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Data leakage via E-mail a real problem

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Research reveals that 70% of businesses are concerned about sensitive material falling into the wrong hands as a result of data leakage via E-mail – and a further 50% of employees admit to having accidentally sent an embarrassing or sensitive E-mail to the wrong person from the workplace, demonstrating that E-mail leakage is a very real concern. 

These are the results of a Sophos online survey. Experts at the company note that it can potentially cause corporate embarrassment, compliance breaches and the loss of business critical information.
"As more and more business and personal interaction is conducted via work e-mail, the risk associated with hitting send without double-checking whether the recipient's details are in fact correct is ever-growing," says Brett Myroff, CEO of master Sophos distributor, NetXactics.
"That the research revealed as many as half of employees have experienced that panicky moment when they realise that their message has been sent to the wrong person shows that the human error factor is too significant to ignore.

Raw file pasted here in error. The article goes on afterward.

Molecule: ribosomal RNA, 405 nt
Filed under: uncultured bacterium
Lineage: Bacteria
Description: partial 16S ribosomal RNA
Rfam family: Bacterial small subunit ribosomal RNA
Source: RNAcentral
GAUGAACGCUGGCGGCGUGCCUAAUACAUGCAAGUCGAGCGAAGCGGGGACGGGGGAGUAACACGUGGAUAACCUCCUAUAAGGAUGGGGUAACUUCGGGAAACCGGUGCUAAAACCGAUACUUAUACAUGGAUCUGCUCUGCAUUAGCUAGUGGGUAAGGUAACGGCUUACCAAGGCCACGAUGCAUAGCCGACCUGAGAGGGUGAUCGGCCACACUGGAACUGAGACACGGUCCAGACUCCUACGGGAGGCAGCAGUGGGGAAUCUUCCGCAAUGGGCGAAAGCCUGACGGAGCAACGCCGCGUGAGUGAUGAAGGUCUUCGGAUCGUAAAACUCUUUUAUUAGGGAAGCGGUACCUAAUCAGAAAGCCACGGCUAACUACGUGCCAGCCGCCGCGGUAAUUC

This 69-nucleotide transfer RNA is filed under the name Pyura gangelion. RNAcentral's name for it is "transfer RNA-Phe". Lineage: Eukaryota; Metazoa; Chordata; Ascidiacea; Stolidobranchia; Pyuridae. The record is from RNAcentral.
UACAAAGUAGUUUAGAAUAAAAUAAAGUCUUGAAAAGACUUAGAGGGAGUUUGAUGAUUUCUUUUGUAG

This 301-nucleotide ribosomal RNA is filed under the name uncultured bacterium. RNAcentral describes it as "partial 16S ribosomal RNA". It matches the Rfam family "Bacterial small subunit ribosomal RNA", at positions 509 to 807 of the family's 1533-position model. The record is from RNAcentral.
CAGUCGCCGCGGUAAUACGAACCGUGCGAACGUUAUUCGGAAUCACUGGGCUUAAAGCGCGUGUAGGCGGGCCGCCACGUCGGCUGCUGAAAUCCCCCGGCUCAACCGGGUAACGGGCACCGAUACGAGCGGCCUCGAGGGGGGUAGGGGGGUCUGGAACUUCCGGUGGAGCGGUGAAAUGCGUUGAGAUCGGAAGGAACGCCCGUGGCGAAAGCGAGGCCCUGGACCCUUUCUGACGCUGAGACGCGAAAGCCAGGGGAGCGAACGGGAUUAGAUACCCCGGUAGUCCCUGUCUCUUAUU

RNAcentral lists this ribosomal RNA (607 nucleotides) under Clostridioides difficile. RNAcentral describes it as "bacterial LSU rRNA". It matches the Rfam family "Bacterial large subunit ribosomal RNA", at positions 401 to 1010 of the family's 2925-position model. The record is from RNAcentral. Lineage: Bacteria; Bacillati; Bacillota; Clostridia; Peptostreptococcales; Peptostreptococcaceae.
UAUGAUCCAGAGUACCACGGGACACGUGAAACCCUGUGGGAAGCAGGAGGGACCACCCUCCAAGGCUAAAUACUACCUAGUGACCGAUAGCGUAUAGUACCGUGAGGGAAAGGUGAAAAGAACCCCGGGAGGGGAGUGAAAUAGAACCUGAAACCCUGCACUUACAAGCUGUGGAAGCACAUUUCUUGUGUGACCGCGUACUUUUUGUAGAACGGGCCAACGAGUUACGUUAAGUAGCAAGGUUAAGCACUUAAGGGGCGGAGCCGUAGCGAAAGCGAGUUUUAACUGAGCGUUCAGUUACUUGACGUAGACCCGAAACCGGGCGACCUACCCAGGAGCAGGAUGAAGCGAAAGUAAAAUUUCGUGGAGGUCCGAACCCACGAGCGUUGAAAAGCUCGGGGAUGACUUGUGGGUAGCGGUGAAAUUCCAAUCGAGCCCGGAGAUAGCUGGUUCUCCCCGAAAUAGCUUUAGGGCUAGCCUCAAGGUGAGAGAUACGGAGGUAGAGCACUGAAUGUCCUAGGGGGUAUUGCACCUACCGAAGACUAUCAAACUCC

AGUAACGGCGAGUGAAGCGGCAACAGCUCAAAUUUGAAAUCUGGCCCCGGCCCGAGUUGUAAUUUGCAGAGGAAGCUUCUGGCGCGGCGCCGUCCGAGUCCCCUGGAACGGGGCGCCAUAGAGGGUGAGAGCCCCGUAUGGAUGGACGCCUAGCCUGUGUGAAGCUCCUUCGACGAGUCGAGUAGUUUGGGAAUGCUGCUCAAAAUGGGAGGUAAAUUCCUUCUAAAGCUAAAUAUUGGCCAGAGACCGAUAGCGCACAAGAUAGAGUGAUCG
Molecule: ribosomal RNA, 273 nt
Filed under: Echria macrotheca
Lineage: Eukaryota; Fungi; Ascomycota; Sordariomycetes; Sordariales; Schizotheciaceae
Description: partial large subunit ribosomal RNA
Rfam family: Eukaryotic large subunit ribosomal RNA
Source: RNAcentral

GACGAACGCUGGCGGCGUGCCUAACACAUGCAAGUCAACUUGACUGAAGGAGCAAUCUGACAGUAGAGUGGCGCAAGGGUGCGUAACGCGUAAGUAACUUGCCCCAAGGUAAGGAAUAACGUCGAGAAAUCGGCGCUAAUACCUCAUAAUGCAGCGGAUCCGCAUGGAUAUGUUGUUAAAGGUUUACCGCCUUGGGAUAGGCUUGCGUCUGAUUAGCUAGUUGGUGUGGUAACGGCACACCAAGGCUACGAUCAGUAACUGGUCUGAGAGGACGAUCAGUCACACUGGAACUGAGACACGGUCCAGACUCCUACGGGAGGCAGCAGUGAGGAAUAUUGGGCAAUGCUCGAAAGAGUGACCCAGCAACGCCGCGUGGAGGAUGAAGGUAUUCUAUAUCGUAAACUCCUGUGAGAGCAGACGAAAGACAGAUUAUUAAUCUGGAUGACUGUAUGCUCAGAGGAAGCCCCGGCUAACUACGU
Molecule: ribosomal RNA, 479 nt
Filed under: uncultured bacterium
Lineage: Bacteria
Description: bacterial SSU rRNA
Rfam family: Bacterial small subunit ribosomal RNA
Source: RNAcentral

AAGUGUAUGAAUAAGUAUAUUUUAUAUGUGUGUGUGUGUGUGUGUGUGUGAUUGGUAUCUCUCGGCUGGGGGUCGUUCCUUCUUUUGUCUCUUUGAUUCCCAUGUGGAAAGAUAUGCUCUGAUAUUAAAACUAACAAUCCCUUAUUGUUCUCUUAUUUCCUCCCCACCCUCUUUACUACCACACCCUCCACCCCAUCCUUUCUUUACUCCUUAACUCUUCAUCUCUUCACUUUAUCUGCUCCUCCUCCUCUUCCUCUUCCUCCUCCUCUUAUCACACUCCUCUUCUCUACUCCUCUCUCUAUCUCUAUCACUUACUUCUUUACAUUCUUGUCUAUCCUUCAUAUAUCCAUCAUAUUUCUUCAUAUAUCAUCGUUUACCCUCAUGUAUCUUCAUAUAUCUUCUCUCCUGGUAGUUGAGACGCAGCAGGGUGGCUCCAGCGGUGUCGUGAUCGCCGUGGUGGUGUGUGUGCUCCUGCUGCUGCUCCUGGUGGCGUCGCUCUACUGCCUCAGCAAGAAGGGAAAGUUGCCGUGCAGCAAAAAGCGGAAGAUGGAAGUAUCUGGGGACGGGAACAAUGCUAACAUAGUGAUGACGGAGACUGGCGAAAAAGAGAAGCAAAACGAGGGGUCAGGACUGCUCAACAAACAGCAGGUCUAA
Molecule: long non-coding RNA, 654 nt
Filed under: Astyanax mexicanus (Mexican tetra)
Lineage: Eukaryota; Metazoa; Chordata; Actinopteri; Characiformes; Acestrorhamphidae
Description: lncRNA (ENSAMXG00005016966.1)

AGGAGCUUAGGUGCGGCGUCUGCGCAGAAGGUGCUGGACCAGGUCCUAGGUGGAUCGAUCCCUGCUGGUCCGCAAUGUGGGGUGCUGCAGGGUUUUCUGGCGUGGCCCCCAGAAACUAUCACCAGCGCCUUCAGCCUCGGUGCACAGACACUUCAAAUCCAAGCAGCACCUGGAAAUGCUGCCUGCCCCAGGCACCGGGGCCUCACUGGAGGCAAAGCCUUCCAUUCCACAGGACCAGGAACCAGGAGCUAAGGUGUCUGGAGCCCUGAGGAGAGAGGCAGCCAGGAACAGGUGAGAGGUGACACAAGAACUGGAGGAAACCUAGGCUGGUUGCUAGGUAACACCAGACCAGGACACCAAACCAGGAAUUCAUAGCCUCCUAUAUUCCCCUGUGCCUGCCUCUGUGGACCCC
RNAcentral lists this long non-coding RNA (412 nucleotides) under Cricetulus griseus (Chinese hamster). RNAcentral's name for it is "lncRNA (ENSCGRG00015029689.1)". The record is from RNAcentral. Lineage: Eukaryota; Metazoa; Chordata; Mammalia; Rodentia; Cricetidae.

“Businesses would be wise to ensure that their e-mail security solutions have the facility to prevent this from happening, by identifying when sensitive data or attachments are contained in the message, and if they don't, to consider a more water-tight alternative," he says.
To combat the risk of leaked information, Sophos recommends that companies install an e-mail security solution that enables them to scan messages for sensitive data and keywords, and that uses encryption to ensure that business critical e-mails are sent securely.  “An effective appliance will identify and block confidential attachments, including those that have had their file type altered by the sender.  This will ensure that both accidental e-mail loss and leakage by malicious intent are thwarted,” Myroff adds.
Sophos believes that the vast majority of data leakages via e-mail are purely accidental, so companies that put a solid solution and security policy in place, and those that educate employees on responsible e-mail use, will mitigate the risks and dramatically reduce the possibility of critical data loss.